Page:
A mini-face lift is actually not a face lift at all, but rather a limited, skin tightening procedure. With a mini-face lift, an elliptical incision is made in front of the ear and a small wedge of skin is excised to produce a limited tightening of the lower cheeks. This procedure is primarily performed as a secondary surgery after a complete face lift in patients who have a recurrence of nasolabial folds or sagging soon after their original operation. In rare cases, younger patients who have only a minimal amount of sagging of the lower cheeks may be candidates for this procedure as well. The benefits of this surgery are obvious and include limited dissection with minimal downtime; however, the results are also minimal and almost never effective as a primary facelifting procedure.
Subcutaneous (Skin Only) Face Lift with Muscle-Fascia (SMAS) Tightening
A skin only face lift with muscle-fascia (SMAS) tightening is similar to a traditional skin only face lift; however, the underlying muscle-fascia layer is tightened with sutures, excised, or a combination of both to aid in reshaping the facial soft tissues. The SMAS can be plicated (i.e. tightened with sutures), imbricated (i.e. cut, redraped, and tightened with sutures), or excised (i.e. partially removed with the remaining SMAS tightened with sutures). Incisions and closure techniques are similar to the traditional skin only face lift. Ideal candidates for this procedure have moderate amounts of skin laxity, minimal to moderate amounts of facial fat, and little muscle-fascia malposition. Supporters of this technique claim that suturing the muscle-fascia layer allows for better definition of the jaw and neck while having less risk of nerve damage or other complications associated with deeper plane face lifts. Skeptics note minimal results obtained by suturing the muscle-fascia layer without dissecting it free of underlying attachments. It is also reported that suturing the newly positioned muscle-fascia layer can be unreliable leading to early recurrence of an aged appearance and need for early revision.
Sub-SMAS Face Lift
A sub-SMAS, or sub-muscle-fascia face lift, involves dissection above and below the muscle-fascia layer of the face. The increased amount of dissection allows for movement of the skin and underlying muscle-fascia layer in different directions permitting greater tightening of muscle-fascia layer, less tension of the skin closure, and longer-lasting, natural results. An inconspicuous incision is made along the sideburn, in front of the ear, under the ear lobe, ending in the hairline near the nape of the neck. Various amount of skin are excised and redraped to reduce facial wrinkling, soften the appearance of nasolabial folds, decrease jowling, and better define the neck. The muscle fascia-layer is dissected free of the underlying tissues and tightened to further reduce nasolabial folds and jowling and better define the jaw line. Incisions are meticulously closed with a no-tension technique to ensure barely visible scarring. Ideal candidates for a sub-SMAS face lift have moderate amounts of lax skin, moderate amounts of facial fat, and moderate amounts of muscle-fascia malposition. Proponents of this technique claim that the sub-SMAS dissection provides more dramatic, longer lasting results than a standard skin-only face lift. Critics of this technique feel that the greater amount of dissection poses an increased risk of facial nerve injury, more postoperative edema, and a longer recovery time.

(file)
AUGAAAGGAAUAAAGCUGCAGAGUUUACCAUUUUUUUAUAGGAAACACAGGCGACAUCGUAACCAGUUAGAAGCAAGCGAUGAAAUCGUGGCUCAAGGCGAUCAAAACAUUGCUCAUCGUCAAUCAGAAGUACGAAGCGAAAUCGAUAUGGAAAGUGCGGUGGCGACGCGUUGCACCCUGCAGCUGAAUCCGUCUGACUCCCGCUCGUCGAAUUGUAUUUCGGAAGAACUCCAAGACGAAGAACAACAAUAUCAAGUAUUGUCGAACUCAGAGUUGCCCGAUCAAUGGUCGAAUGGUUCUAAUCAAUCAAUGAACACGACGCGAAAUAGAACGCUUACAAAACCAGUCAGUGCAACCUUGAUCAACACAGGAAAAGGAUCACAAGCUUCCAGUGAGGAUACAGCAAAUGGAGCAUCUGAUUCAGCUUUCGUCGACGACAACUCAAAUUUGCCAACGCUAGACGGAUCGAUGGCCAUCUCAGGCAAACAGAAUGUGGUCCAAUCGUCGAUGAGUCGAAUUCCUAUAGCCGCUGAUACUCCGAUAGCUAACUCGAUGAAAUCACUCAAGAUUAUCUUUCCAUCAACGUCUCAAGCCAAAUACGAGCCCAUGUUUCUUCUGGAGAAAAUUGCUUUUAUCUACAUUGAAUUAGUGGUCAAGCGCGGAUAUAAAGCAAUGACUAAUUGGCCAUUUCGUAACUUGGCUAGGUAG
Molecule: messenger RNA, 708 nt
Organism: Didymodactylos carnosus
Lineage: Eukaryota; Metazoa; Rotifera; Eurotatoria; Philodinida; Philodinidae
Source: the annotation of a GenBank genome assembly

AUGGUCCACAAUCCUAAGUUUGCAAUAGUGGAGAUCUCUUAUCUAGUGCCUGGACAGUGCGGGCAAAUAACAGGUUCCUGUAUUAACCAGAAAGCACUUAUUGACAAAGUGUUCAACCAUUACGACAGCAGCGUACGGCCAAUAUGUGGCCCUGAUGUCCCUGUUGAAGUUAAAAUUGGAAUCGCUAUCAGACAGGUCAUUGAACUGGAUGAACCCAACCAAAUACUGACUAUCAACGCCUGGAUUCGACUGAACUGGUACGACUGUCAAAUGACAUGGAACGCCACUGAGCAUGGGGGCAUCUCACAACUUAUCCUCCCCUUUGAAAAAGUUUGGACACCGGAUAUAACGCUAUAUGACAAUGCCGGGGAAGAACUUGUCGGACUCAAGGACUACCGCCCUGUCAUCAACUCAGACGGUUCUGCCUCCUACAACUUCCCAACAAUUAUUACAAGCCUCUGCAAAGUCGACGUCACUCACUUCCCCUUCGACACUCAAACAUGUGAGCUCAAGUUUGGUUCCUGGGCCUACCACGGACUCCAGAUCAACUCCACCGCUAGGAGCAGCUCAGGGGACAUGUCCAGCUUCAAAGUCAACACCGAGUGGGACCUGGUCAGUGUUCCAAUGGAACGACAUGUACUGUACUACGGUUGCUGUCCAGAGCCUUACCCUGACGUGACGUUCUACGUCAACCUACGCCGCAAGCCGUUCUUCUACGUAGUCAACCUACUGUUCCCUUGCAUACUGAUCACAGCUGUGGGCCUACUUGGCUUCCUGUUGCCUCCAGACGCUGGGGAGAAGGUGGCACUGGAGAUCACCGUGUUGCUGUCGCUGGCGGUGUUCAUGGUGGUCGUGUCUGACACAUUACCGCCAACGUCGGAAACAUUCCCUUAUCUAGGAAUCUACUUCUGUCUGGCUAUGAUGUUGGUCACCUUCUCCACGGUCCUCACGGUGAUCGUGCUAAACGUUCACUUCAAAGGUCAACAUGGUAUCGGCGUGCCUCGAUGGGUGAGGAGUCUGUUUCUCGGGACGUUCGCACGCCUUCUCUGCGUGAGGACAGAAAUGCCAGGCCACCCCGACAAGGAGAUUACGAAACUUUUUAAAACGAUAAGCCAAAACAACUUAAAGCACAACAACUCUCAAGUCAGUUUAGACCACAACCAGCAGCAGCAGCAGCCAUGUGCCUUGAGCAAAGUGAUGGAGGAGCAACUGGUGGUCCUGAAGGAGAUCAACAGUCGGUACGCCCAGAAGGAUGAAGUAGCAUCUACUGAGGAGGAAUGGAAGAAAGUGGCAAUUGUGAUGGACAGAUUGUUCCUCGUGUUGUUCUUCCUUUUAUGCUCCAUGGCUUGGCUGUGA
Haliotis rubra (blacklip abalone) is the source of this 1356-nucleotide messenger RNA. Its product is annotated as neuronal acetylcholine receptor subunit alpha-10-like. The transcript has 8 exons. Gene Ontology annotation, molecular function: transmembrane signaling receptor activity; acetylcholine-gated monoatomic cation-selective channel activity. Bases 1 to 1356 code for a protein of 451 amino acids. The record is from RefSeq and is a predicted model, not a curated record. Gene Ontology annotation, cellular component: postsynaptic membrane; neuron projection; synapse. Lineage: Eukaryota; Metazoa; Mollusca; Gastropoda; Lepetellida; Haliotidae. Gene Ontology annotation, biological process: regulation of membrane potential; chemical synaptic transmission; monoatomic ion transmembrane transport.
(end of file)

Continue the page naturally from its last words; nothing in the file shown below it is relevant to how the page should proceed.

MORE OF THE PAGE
Deep Plane Face Lift
A deep plane face lift is similar to a sub-SMAS face lift with dissection beneath the muscle-fascia layer, however, only limited dissection is performed above the muscle-fascia layer. Proponents claim that the minimal dissection between the skin, fat, and muscle-fascia layer gives the skin an even smoother appearance and faster recovery time while still providing dramatic, longer lasting results than with a standard skin-only face lift.
Composite Face Lift
A composite face lift is essentially a deep plane face lift that includes dissection and tightening of the muscles beneath the lower eyes. Proponents claim that tightening of the muscles around the eye rejuvenates the upper face and reduces the appearance of bags under the eyes. It is felt that this added step results in a more harmonious, youthful appearance of the entire face rather than just the mid and lower face.
Subperiosteal Endoscopic Face Lift
A subperiosteal face lift involves dissection in the plane of tissue just above the facial bones, below the skin, fat, and muscle-fascia layer of the face. Depending on technique, varying amounts of dissection just beneath the fascia-muscle layer are also performed. Incisions are usually made just under the lower eyelid eyelashes or inside the mouth; a second incision is usually made in front of the ear and an endoscope is used to complete the subperiosteal dissection. Ideal patients are generally younger and require less skin excision than a traditional face lift patient, have bags under the lower eyes, and minimal to moderate nasolabial folds. Supporters of this technique feel that greater rejuvenation of the upper and mid face can be achieved with a subperiosteal face lift than with traditional skin only or sub-SMAS face lifts. Additionally, it is felt that the results of this face lift last longer and produce a more natural result. The added use of an endoscope makes for safe dissection through smaller scars. Critics of this technique note an increase in facial nerve injury and often inadequate correction of nasolabial folds and jowls.